Quarterly Threat Summary Q1 Callout

Quarterly Threat Summary: January-March 2016

The Proofpoint Quarterly Threat Summary captures threats, trends and transformations we see within our customer base and in the wider security marketplace. Each day, we analyze more than 1 billion email messages, hundreds of millions of social media posts, and more than 150 million malware samples to protect people, data, and brands from advanced threats.

Analyzing how these threats shift each quarter allows us to spot larger trends and equip readers with intelligence they can act on and advice for managing their security posture.

We continue to see advanced threats across three key vectors: email, social media, and mobile.

Banking Trojans and ransomware dominated the email malware landscape in the first quarter, and impostor phishing (also known as business email compromise, or BEC) gained speed. The massive email message volumes of the Dridex banking Trojan malware gave way to the newly discovered Locky ransomware.

Social media content from top brands increased, further exposing them through social channels. Meanwhile, risky mobile apps continued to expose sensitive data, especially on Android devices. Below are key first-quarter takeaways.

Threats via Email

Email

  • Ransomware is back in a big way with new variants and techniques emerging regularly. The emerging threat vaulted into the top ranks of malware used by cyber criminals. 24% of email attacks based on attached document files featured the new Locky ransomware. Dridex was the only malware payload used more frequently.
  • Impostor email threats (also known as business email compromise) are growing more mature and specialized. About 75% of impostor email phishing attacks rely on “reply-to” spoofing to trick users into thinking messages are from someone in authority.
  • Email continues to be the top threat vector. Malicious message volume rose 66% over the previous quarter—and more than 800% over the year-ago quarter. Dridex accounted for 74% of total attachment-based malicious email volume.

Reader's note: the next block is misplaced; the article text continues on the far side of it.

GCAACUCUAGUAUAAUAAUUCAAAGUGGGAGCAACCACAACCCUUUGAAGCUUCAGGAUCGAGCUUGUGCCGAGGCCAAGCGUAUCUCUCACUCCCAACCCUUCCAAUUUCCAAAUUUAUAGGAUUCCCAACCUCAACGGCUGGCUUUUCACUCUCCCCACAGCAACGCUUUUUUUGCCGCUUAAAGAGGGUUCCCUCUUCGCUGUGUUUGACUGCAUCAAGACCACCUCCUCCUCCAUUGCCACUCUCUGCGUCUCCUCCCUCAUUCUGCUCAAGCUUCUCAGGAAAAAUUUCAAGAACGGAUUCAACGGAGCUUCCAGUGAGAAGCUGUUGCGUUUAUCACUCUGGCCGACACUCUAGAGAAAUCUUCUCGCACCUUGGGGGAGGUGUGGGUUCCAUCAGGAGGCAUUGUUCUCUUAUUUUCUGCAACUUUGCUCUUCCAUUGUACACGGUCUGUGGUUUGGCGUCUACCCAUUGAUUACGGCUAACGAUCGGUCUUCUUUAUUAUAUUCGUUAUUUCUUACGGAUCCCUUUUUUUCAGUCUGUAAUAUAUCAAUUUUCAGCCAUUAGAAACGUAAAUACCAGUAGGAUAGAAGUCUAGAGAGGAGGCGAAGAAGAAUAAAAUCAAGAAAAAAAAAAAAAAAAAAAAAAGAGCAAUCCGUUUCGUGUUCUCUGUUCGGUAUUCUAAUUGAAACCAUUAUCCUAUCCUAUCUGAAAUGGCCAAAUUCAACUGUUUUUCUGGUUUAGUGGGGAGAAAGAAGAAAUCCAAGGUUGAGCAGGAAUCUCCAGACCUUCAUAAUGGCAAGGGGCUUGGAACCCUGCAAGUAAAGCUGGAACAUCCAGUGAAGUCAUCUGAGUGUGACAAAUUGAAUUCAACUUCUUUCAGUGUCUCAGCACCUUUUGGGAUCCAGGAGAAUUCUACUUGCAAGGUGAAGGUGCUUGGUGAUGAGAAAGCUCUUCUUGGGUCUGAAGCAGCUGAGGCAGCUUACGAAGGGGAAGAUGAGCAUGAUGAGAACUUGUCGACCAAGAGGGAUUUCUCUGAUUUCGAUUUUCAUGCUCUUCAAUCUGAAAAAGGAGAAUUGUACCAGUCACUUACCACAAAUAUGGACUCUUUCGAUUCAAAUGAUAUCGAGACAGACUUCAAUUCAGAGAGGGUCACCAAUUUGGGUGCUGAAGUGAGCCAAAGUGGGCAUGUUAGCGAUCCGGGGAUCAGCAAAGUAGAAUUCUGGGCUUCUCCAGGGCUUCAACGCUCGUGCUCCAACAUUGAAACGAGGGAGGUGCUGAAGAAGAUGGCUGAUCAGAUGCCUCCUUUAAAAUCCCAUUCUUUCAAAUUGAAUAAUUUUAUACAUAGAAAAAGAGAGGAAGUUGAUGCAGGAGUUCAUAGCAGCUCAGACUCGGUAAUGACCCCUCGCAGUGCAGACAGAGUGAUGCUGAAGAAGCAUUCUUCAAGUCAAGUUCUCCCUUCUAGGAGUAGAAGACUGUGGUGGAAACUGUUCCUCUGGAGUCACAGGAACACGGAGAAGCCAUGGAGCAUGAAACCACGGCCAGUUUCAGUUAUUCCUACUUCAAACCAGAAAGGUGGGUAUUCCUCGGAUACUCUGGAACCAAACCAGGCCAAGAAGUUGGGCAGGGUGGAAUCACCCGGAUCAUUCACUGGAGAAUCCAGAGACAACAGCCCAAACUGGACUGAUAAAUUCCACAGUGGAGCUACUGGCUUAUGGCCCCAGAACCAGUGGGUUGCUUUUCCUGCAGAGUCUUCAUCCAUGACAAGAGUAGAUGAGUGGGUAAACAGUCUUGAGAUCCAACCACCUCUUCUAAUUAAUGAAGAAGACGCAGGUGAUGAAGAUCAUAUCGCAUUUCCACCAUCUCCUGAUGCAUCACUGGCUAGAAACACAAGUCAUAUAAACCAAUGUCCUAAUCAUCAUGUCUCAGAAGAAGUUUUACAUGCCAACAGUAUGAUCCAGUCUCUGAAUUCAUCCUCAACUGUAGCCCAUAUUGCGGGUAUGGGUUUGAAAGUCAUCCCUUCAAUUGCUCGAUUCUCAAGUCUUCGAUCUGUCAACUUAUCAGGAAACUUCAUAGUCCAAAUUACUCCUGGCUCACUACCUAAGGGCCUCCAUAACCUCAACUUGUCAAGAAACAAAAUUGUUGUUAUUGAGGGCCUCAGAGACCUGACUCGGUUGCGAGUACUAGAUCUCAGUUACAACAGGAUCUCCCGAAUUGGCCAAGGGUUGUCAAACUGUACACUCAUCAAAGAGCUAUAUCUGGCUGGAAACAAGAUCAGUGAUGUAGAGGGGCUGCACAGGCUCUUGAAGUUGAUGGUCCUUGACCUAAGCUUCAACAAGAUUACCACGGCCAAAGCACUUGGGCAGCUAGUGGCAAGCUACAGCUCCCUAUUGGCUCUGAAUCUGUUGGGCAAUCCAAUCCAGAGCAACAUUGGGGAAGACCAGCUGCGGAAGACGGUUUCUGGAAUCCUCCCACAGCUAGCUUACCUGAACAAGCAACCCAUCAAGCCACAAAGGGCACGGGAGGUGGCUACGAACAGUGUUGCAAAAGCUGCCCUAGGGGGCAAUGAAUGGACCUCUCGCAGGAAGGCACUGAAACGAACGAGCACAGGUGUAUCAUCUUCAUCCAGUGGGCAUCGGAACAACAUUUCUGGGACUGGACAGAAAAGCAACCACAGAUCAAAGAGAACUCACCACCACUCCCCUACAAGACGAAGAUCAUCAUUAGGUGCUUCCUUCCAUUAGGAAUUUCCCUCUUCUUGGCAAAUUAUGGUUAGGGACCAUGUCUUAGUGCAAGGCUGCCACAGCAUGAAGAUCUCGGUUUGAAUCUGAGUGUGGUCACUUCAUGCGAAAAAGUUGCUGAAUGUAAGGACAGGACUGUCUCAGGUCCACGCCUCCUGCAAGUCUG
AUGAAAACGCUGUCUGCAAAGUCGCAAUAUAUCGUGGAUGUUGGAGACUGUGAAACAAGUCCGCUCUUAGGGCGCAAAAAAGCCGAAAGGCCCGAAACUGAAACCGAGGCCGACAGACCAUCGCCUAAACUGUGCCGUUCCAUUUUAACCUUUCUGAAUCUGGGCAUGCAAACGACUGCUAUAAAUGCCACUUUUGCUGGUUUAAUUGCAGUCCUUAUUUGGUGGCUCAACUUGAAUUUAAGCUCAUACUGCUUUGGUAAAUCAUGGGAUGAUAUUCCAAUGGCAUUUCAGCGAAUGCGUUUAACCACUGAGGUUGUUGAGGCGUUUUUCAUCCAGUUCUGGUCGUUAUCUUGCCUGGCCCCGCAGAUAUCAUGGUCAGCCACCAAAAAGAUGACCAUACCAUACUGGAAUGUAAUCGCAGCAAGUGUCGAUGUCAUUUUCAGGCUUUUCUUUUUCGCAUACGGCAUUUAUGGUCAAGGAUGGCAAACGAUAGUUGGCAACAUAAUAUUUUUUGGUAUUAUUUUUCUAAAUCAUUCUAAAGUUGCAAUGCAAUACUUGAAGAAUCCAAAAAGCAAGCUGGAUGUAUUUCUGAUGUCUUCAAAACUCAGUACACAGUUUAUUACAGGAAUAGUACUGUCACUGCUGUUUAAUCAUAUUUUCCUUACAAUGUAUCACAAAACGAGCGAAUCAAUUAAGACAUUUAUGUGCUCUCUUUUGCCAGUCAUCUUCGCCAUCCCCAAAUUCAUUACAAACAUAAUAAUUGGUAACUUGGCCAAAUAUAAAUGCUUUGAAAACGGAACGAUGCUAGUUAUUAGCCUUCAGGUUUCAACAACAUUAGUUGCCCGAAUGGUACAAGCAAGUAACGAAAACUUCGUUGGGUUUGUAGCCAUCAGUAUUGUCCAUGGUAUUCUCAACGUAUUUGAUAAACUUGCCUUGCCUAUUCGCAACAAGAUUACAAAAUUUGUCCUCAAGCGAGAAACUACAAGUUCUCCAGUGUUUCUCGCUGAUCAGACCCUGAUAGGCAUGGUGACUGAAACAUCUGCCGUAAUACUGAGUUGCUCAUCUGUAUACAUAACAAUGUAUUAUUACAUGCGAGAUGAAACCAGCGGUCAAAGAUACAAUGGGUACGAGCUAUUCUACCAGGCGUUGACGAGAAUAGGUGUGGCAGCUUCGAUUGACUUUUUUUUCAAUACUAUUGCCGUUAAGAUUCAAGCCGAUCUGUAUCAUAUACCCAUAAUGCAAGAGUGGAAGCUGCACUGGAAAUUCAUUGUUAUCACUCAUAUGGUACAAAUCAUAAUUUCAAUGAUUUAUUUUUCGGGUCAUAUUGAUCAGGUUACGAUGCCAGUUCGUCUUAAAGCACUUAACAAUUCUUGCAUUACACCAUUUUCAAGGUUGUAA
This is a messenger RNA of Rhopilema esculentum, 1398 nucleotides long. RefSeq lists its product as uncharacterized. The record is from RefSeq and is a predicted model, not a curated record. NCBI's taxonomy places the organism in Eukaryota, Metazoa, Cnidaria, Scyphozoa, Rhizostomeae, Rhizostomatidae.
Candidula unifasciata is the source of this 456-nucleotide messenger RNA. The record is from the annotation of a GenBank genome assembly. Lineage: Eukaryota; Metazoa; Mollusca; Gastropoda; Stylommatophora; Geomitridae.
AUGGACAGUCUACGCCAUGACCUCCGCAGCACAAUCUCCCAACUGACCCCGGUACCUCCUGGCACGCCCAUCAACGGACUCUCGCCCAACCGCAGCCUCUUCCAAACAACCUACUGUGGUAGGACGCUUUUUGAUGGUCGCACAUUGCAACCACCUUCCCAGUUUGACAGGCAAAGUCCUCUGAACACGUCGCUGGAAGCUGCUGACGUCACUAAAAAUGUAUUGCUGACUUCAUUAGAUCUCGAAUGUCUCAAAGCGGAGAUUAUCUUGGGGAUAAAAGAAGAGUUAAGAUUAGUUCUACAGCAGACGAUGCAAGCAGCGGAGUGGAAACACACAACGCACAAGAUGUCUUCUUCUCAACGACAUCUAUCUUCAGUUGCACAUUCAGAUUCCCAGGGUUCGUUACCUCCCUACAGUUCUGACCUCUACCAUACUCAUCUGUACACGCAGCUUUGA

• Java and Flash Player vulnerabilities continue to pay dividends for cyber criminals. Angler was the most used exploit kit, accounting for 60% of total exploit kit traffic. Neutrino and RIG exploit kit use was also up; volumes rose 86% and 136% over the previous quarter, respectively.

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Threats via Social Media

Social Media

Every major brand we examined increased its social media[1] content by at least 30%. As the volume of fan- and brand-generated content increases, higher risk follows. Businesses are constantly challenged to protect their brand reputation and stop spam, pornography, and adult language from diluting their message.

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Threats via Mobile

Mobile

98% of all malicious mobile apps we examined targeted Android devices. This remains true despite the high-profile discovery of an iOS Trojan and the continuing presence of risky iOS apps and rogue app stores.

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Footnote

[1] The top five English-language Twitter and Facebook brands as tracked by Socialbakers.